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I want to find out the MacLaurin series of this function and find out for which $x$ it equals the original function: $f(x)=\frac{x}{1+3x^2}$

AFAIK I can use this equation: $(1+x)^\alpha=\sum_{n=0}^{\infty}\binom{\alpha}{n}*x^n$. So the MacLaurin series should be $f(x)=x*\sum_{n=0}^{\infty}\binom{-1}{n}*(3x^2)^n$

I think the series equals the function in it's interval of convergence.

So, to find out the convergence radius, I used this approach: $\sum_{n=0}^{\infty}a_n*(x-x_0)^n \Rightarrow r=(\lim\limits_{n \rightarrow \infty}\sqrt[n]{|a_n|})^{-1}$

Then I transformed the series into the form I need:

$ \sum_{n=0}^{\infty}\binom{-1}{n}*(3^n*x^{2^n})\\ \sum_{n=0}^{\infty}(\binom{-1}{n}*3^n)*(x^{2n})\\ \sum_{n=0}^{\infty}(\binom{-1}{n}*3^n*x^{n})*(x-0)^n\\ a_n=-3^n*x^n$

And used the formula:

$ r=(\lim\limits_{n \rightarrow \infty}\sqrt[n]{|a_n|})^{-1}\\ r=(\lim\limits_{n \rightarrow \infty}\sqrt[n]{|-3^n*x^n|})^{-1}\\ r=(\lim\limits_{n \rightarrow \infty}\sqrt[n]{|-3^n|}*\lim\limits_{n \rightarrow \infty}\sqrt[n]{|x^n|})^{-1}\\ r=(|3|*|x|)^-1\\ r=\frac{1}{3|x|} $

But that can't be true, can it? What is the $x$ in $r$? I can't determine the interval of convergence because I don't know what $x$ is.

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  • $\begingroup$ The series has a radius of convergence equals $\frac{1}{\sqrt{3}}$. $\endgroup$ – science Mar 2 '15 at 21:22
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This is very easy to answer by knowing just a little about complex analysis and meromorphic functions. We have: $$f(z)=\frac{z}{1+3z^2}=\frac{1}{6}\left(\frac{1}{z-\frac{i}{\sqrt{3}}}+\frac{1}{z+\frac{i}{\sqrt{3}}}\right)$$ hence $f(z)$ has two simple poles with residue $\frac{1}{6}$ at $z=\pm\frac{i}{\sqrt{3}}$ and the radius of convergence of the Taylor series of $f(z)$ around $z=0$ cannot be bigger than $\frac{1}{\sqrt{3}}$, the distance from the origin of the closest singularity. Since the radius of convergence of: $$\sum_{n\geq 0} \alpha^n\,z^n $$ for any $\alpha\in\mathbb{C}\setminus\{0\}$ is exactly $\frac{1}{|\alpha|}$, and for every $z\in\mathbb{C}$ such that $|z|<\frac{1}{|\alpha|}$ we have: $$\sum_{n\geq 0} \alpha^n\,z^n = \frac{1}{1-\alpha z},$$ it follows that the radius of convergence of the Taylor series of $f(z)$ around $z=0$ is exactly $\color{red}{\frac{1}{\sqrt{3}}}$.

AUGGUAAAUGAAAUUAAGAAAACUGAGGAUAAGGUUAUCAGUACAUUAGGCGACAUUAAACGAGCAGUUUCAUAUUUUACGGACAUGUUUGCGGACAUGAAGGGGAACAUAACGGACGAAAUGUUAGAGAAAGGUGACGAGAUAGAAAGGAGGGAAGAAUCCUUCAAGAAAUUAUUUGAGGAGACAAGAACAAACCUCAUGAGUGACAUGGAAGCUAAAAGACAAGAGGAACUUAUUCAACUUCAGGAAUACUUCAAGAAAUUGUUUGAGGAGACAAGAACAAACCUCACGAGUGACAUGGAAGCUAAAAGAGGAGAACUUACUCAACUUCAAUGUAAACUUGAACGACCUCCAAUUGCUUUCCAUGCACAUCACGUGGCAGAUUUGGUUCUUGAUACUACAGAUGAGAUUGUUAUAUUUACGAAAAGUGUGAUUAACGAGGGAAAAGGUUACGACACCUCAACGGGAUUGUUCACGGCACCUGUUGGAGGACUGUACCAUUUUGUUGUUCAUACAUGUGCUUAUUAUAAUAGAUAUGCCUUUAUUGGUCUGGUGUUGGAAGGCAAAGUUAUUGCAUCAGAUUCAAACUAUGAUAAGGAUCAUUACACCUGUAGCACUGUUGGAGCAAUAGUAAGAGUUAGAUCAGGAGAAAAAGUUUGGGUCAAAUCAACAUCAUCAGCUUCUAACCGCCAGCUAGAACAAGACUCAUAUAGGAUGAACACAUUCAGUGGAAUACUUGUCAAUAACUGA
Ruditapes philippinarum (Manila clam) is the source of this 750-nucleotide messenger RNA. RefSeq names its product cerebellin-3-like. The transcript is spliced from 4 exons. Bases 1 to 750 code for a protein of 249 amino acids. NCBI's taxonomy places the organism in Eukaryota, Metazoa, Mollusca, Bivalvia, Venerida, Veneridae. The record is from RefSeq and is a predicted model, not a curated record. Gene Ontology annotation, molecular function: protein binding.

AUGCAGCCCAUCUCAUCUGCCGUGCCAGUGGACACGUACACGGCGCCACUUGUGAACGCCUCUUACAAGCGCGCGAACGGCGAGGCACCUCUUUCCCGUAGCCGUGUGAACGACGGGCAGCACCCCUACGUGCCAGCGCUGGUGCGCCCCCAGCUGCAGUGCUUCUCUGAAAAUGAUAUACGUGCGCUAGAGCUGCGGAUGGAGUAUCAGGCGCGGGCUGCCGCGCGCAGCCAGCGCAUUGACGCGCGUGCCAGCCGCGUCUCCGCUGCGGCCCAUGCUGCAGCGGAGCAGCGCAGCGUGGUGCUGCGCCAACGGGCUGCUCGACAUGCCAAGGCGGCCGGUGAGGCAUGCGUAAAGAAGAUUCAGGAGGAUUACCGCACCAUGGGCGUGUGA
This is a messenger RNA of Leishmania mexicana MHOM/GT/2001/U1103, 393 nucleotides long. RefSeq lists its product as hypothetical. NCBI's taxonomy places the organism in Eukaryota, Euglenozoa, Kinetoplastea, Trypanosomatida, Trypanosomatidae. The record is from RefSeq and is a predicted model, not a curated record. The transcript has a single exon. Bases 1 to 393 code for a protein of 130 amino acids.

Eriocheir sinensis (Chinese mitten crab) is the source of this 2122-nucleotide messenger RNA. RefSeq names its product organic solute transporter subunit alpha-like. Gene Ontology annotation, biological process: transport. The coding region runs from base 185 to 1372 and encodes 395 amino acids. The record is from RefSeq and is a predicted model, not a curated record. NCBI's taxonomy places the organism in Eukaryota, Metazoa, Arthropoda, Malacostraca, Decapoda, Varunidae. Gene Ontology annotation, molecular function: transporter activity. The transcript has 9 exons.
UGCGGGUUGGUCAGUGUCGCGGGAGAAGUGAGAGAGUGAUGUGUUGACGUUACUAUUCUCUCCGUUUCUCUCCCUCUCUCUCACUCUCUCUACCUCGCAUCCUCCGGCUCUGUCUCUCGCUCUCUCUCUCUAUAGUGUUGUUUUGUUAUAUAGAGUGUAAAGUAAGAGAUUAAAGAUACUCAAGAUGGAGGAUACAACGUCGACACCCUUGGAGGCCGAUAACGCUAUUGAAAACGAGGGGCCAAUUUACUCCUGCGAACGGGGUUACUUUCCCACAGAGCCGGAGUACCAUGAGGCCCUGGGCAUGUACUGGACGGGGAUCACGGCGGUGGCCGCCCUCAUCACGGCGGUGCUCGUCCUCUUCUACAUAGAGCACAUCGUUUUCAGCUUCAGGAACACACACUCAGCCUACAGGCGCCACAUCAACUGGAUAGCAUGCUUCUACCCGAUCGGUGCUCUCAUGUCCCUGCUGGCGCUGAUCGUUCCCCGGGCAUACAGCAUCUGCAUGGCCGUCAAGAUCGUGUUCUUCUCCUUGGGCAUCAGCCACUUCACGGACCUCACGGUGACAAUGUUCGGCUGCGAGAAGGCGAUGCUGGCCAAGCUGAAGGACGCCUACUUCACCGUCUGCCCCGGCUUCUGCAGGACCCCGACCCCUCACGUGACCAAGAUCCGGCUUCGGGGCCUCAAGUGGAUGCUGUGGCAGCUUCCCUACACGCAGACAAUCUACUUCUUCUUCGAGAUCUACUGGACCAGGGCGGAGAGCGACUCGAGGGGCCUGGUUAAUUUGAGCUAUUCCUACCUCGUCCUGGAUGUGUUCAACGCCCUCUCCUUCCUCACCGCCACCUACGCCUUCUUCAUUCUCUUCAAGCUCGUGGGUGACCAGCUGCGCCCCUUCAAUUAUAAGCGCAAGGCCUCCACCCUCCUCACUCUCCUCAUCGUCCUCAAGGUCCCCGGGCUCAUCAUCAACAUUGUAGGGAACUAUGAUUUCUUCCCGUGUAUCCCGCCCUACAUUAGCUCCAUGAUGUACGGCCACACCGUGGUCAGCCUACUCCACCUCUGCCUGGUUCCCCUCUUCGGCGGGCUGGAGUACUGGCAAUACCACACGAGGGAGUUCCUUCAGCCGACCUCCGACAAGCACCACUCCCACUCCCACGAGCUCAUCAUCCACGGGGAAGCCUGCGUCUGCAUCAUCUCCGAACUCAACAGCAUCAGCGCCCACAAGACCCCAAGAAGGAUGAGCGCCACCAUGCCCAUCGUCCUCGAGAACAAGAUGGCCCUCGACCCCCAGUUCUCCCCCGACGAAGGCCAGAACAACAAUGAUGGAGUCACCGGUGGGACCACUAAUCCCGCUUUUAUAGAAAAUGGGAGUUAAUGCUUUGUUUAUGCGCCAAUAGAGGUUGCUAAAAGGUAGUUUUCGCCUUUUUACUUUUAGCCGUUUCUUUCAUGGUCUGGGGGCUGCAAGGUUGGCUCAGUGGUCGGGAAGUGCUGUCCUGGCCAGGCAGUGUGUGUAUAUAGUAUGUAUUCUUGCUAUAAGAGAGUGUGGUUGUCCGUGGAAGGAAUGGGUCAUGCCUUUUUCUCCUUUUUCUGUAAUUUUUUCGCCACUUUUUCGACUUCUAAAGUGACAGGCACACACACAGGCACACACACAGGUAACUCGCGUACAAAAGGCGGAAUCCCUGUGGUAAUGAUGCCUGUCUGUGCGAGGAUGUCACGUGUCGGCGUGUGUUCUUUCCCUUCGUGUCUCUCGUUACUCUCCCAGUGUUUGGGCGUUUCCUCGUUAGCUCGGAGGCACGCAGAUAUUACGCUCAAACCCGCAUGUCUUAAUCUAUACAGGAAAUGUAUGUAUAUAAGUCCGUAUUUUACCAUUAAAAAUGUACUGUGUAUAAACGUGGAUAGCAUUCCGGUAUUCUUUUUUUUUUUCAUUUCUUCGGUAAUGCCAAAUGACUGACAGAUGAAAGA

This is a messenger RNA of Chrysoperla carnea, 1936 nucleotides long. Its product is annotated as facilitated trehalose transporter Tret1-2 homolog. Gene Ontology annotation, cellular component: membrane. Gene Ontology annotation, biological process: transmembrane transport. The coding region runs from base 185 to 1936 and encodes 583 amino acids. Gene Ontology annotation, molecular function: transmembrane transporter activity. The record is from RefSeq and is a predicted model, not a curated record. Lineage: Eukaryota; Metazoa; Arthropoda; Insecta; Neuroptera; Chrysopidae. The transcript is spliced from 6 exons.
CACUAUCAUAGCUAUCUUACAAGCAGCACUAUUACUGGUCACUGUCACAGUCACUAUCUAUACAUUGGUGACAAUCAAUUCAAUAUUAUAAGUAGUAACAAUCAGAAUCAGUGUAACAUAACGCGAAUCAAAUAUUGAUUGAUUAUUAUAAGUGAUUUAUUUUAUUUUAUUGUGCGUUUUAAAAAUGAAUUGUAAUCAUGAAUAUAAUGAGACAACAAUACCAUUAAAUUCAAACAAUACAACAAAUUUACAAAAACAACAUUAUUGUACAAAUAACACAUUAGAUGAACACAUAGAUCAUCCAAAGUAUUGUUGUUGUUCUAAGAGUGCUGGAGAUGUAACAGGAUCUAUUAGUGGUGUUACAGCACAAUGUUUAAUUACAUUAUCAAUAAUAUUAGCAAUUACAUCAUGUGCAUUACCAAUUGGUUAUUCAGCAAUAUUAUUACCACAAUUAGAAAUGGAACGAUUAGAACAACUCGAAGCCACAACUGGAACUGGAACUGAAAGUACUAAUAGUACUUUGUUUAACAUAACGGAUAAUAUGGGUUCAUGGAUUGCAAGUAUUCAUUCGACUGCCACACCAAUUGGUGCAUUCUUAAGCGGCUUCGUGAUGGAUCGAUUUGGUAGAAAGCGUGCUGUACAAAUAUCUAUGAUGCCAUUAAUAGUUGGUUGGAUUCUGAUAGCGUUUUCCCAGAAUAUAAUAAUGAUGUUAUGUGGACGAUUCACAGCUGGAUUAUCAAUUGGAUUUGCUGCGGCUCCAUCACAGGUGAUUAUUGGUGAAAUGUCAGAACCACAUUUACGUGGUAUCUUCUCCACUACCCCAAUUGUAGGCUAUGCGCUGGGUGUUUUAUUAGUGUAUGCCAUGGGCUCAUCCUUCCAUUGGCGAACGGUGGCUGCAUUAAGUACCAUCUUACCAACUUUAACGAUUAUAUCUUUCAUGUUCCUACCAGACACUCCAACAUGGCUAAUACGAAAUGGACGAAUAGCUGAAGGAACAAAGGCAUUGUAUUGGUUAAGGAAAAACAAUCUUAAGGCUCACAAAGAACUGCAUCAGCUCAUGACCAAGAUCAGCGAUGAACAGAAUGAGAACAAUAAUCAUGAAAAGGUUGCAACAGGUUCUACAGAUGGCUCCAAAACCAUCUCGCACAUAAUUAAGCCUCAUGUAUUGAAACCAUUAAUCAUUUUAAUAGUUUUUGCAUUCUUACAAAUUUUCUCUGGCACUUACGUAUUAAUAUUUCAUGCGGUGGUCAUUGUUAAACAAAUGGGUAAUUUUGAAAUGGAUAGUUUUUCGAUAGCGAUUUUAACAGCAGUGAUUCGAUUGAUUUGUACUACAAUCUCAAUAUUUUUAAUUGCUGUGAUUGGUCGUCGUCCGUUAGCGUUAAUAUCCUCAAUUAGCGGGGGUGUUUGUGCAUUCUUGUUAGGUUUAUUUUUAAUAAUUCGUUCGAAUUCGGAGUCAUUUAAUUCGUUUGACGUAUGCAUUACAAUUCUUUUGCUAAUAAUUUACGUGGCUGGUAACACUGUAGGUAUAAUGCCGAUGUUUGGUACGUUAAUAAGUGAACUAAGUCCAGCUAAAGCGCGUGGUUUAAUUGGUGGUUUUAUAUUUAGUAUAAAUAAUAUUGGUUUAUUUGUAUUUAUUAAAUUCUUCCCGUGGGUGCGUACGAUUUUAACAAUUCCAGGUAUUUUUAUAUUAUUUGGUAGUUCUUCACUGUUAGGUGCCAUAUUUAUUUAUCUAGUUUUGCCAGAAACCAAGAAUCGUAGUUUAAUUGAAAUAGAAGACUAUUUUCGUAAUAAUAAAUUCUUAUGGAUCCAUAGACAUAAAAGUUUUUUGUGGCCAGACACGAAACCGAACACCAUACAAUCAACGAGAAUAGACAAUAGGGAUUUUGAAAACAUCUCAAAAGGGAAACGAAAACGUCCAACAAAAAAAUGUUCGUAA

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The problem with your argument is that in $$ \sum_{n=0}^{\infty}\binom{-1}{n}3^n x^n x^n $$ doens't have Taylor coefficients $\binom{-1}{n}3^nx^n$ because the coefficients cannot be functions of $x$. What you want to do is define $a_m$ by $$ a_m = \cases{0 & $m$ odd \\ \binom{-1}{m/2} 3^{m/2}& $m$ even} $$ Then we have $$ \sum_{n=0}^{\infty}\binom{-1}{n}3^n x^{2n} = \sum_{m=0}^\infty a_m x^m $$ and $$ \limsup|a_m|^{1/m} = \limsup|a_{2n}|^{1/2n} = \limsup|\binom{-1}{n}3^n|^{1/2n} = \sqrt{3} $$

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